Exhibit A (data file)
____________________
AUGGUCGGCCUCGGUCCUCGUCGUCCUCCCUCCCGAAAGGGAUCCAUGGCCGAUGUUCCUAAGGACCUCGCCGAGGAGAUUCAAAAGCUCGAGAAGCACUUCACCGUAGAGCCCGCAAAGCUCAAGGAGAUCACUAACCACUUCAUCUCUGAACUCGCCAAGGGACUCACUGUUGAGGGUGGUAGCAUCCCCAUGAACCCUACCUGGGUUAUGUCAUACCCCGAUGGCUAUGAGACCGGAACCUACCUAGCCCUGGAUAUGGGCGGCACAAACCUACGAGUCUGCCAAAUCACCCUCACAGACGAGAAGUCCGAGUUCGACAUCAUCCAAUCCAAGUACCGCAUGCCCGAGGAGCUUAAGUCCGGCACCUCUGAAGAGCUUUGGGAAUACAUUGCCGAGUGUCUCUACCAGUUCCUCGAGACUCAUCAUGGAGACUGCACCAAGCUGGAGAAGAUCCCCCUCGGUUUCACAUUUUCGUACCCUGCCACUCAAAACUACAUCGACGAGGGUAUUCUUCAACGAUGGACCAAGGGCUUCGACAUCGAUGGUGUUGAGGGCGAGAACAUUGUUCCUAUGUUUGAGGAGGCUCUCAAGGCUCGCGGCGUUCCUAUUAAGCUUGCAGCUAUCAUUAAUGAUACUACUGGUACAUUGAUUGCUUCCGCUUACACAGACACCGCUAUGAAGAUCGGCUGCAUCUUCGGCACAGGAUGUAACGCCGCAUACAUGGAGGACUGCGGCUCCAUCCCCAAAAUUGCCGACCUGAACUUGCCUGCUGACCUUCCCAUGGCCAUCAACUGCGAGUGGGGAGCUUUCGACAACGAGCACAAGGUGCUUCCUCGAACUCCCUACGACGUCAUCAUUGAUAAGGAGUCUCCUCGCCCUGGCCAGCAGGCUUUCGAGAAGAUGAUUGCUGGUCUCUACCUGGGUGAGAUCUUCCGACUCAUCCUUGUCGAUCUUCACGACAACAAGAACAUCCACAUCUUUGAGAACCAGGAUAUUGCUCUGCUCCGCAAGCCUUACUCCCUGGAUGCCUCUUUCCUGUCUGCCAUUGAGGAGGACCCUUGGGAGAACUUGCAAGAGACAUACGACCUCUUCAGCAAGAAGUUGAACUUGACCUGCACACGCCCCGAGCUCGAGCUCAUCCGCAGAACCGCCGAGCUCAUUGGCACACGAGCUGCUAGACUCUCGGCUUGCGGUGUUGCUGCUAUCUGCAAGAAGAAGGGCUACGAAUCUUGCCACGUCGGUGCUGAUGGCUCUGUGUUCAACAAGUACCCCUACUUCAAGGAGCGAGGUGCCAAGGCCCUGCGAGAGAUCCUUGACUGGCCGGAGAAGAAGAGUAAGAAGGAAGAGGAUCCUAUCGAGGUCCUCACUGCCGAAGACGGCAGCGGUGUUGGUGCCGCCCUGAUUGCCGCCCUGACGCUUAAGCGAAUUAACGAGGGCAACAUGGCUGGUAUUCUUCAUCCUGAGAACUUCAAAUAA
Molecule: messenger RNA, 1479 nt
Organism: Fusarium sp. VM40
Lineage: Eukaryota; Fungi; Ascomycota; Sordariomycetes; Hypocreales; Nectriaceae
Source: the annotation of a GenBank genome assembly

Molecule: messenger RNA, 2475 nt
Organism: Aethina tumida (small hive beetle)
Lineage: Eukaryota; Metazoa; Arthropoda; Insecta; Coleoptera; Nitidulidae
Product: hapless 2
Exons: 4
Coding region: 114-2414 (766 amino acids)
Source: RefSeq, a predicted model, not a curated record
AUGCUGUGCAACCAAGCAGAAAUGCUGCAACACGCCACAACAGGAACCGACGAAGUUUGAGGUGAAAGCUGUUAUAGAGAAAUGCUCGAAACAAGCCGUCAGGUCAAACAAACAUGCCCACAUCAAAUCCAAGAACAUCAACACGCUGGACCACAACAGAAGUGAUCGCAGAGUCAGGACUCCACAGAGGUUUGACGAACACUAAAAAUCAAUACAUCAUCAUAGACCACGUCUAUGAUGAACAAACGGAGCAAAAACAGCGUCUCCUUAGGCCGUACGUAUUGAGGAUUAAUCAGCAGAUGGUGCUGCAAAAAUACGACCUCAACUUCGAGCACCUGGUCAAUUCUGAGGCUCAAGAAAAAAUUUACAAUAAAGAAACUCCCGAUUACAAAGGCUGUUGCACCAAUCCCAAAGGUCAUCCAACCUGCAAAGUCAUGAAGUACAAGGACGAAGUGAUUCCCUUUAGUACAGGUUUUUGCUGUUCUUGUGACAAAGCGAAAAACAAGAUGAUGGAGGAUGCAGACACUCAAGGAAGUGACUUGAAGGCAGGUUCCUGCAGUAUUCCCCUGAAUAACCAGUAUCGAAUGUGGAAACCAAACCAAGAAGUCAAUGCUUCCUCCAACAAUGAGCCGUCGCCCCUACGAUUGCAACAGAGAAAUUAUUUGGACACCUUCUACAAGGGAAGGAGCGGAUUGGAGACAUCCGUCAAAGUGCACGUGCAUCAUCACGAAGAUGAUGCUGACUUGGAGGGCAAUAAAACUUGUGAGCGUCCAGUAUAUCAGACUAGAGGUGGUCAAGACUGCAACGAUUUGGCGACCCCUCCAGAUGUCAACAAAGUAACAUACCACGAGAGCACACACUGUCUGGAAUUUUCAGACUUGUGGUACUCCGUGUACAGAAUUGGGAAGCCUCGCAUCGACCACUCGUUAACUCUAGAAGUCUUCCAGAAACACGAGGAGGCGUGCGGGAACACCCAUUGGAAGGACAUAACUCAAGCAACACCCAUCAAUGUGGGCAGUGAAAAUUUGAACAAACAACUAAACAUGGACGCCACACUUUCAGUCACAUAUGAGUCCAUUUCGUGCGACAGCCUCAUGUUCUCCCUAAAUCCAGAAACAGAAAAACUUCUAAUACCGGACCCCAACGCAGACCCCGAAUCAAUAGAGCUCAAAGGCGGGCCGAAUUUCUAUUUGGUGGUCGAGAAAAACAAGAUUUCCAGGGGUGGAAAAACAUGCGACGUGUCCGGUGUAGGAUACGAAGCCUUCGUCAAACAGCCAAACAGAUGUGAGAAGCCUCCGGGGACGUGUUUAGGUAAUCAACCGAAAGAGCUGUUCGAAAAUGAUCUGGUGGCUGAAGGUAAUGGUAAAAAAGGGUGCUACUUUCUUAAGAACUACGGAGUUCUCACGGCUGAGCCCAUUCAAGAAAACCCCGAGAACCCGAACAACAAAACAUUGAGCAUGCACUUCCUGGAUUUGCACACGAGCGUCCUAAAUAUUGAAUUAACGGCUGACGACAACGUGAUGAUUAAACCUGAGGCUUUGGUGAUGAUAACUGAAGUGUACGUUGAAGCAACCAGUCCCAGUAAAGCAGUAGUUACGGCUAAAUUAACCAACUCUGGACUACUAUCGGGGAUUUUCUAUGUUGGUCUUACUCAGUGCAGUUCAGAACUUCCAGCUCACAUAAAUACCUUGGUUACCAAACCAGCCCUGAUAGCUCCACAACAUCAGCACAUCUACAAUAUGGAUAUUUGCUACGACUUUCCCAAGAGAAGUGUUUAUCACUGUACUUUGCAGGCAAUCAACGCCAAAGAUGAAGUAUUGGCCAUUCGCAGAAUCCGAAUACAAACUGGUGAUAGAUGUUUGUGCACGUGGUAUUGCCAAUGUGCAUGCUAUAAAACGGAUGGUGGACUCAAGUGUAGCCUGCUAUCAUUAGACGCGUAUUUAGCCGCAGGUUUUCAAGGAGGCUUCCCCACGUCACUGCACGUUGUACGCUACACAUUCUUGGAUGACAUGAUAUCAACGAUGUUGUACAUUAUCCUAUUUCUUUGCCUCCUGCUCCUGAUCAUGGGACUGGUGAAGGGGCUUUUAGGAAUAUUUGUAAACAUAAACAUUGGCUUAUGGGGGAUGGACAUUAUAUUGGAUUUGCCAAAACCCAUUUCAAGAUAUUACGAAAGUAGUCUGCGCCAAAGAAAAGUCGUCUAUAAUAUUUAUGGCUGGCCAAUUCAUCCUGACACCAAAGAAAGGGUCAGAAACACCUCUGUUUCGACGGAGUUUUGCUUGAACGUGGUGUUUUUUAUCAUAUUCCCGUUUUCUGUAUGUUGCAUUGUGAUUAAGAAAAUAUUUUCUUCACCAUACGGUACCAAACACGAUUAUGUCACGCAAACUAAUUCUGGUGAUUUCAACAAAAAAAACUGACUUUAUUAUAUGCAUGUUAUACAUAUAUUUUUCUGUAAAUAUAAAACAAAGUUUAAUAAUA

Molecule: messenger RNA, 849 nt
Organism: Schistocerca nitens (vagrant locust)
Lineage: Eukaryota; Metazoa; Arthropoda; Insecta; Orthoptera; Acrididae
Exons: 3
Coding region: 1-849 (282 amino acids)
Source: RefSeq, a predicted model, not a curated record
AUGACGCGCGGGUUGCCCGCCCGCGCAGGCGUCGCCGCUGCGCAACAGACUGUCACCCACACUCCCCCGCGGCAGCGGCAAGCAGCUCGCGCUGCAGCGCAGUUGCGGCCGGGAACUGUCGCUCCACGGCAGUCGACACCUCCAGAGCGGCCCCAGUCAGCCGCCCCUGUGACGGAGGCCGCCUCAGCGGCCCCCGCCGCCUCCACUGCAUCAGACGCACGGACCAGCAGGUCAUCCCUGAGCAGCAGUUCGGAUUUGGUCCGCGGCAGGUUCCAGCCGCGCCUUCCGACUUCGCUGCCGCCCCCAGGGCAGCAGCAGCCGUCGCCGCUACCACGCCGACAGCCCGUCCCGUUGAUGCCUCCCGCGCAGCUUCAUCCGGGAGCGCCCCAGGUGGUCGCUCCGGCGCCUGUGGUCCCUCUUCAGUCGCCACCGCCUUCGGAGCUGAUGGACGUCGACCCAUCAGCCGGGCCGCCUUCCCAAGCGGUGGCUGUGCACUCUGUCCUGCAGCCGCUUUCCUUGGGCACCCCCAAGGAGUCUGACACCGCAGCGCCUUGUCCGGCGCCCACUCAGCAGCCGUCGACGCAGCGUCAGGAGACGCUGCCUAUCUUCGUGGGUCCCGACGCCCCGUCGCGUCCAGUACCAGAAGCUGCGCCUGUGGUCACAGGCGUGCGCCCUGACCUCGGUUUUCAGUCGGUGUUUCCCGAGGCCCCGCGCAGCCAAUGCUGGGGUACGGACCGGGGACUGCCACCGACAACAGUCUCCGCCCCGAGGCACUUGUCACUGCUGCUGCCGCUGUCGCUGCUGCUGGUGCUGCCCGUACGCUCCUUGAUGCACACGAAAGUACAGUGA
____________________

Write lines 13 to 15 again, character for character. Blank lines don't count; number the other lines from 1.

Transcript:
AUGCUGUGCAACCAAGCAGAAAUGCUGCAACACGCCACAACAGGAACCGACGAAGUUUGAGGUGAAAGCUGUUAUAGAGAAAUGCUCGAAACAAGCCGUCAGGUCAAACAAACAUGCCCACAUCAAAUCCAAGAACAUCAACACGCUGGACCACAACAGAAGUGAUCGCAGAGUCAGGACUCCACAGAGGUUUGACGAACACUAAAAAUCAAUACAUCAUCAUAGACCACGUCUAUGAUGAACAAACGGAGCAAAAACAGCGUCUCCUUAGGCCGUACGUAUUGAGGAUUAAUCAGCAGAUGGUGCUGCAAAAAUACGACCUCAACUUCGAGCACCUGGUCAAUUCUGAGGCUCAAGAAAAAAUUUACAAUAAAGAAACUCCCGAUUACAAAGGCUGUUGCACCAAUCCCAAAGGUCAUCCAACCUGCAAAGUCAUGAAGUACAAGGACGAAGUGAUUCCCUUUAGUACAGGUUUUUGCUGUUCUUGUGACAAAGCGAAAAACAAGAUGAUGGAGGAUGCAGACACUCAAGGAAGUGACUUGAAGGCAGGUUCCUGCAGUAUUCCCCUGAAUAACCAGUAUCGAAUGUGGAAACCAAACCAAGAAGUCAAUGCUUCCUCCAACAAUGAGCCGUCGCCCCUACGAUUGCAACAGAGAAAUUAUUUGGACACCUUCUACAAGGGAAGGAGCGGAUUGGAGACAUCCGUCAAAGUGCACGUGCAUCAUCACGAAGAUGAUGCUGACUUGGAGGGCAAUAAAACUUGUGAGCGUCCAGUAUAUCAGACUAGAGGUGGUCAAGACUGCAACGAUUUGGCGACCCCUCCAGAUGUCAACAAAGUAACAUACCACGAGAGCACACACUGUCUGGAAUUUUCAGACUUGUGGUACUCCGUGUACAGAAUUGGGAAGCCUCGCAUCGACCACUCGUUAACUCUAGAAGUCUUCCAGAAACACGAGGAGGCGUGCGGGAACACCCAUUGGAAGGACAUAACUCAAGCAACACCCAUCAAUGUGGGCAGUGAAAAUUUGAACAAACAACUAAACAUGGACGCCACACUUUCAGUCACAUAUGAGUCCAUUUCGUGCGACAGCCUCAUGUUCUCCCUAAAUCCAGAAACAGAAAAACUUCUAAUACCGGACCCCAACGCAGACCCCGAAUCAAUAGAGCUCAAAGGCGGGCCGAAUUUCUAUUUGGUGGUCGAGAAAAACAAGAUUUCCAGGGGUGGAAAAACAUGCGACGUGUCCGGUGUAGGAUACGAAGCCUUCGUCAAACAGCCAAACAGAUGUGAGAAGCCUCCGGGGACGUGUUUAGGUAAUCAACCGAAAGAGCUGUUCGAAAAUGAUCUGGUGGCUGAAGGUAAUGGUAAAAAAGGGUGCUACUUUCUUAAGAACUACGGAGUUCUCACGGCUGAGCCCAUUCAAGAAAACCCCGAGAACCCGAACAACAAAACAUUGAGCAUGCACUUCCUGGAUUUGCACACGAGCGUCCUAAAUAUUGAAUUAACGGCUGACGACAACGUGAUGAUUAAACCUGAGGCUUUGGUGAUGAUAACUGAAGUGUACGUUGAAGCAACCAGUCCCAGUAAAGCAGUAGUUACGGCUAAAUUAACCAACUCUGGACUACUAUCGGGGAUUUUCUAUGUUGGUCUUACUCAGUGCAGUUCAGAACUUCCAGCUCACAUAAAUACCUUGGUUACCAAACCAGCCCUGAUAGCUCCACAACAUCAGCACAUCUACAAUAUGGAUAUUUGCUACGACUUUCCCAAGAGAAGUGUUUAUCACUGUACUUUGCAGGCAAUCAACGCCAAAGAUGAAGUAUUGGCCAUUCGCAGAAUCCGAAUACAAACUGGUGAUAGAUGUUUGUGCACGUGGUAUUGCCAAUGUGCAUGCUAUAAAACGGAUGGUGGACUCAAGUGUAGCCUGCUAUCAUUAGACGCGUAUUUAGCCGCAGGUUUUCAAGGAGGCUUCCCCACGUCACUGCACGUUGUACGCUACACAUUCUUGGAUGACAUGAUAUCAACGAUGUUGUACAUUAUCCUAUUUCUUUGCCUCCUGCUCCUGAUCAUGGGACUGGUGAAGGGGCUUUUAGGAAUAUUUGUAAACAUAAACAUUGGCUUAUGGGGGAUGGACAUUAUAUUGGAUUUGCCAAAACCCAUUUCAAGAUAUUACGAAAGUAGUCUGCGCCAAAGAAAAGUCGUCUAUAAUAUUUAUGGCUGGCCAAUUCAUCCUGACACCAAAGAAAGGGUCAGAAACACCUCUGUUUCGACGGAGUUUUGCUUGAACGUGGUGUUUUUUAUCAUAUUCCCGUUUUCUGUAUGUUGCAUUGUGAUUAAGAAAAUAUUUUCUUCACCAUACGGUACCAAACACGAUUAUGUCACGCAAACUAAUUCUGGUGAUUUCAACAAAAAAAACUGACUUUAUUAUAUGCAUGUUAUACAUAUAUUUUUCUGUAAAUAUAAAACAAAGUUUAAUAAUA

Molecule: messenger RNA, 849 nt
Organism: Schistocerca nitens (vagrant locust)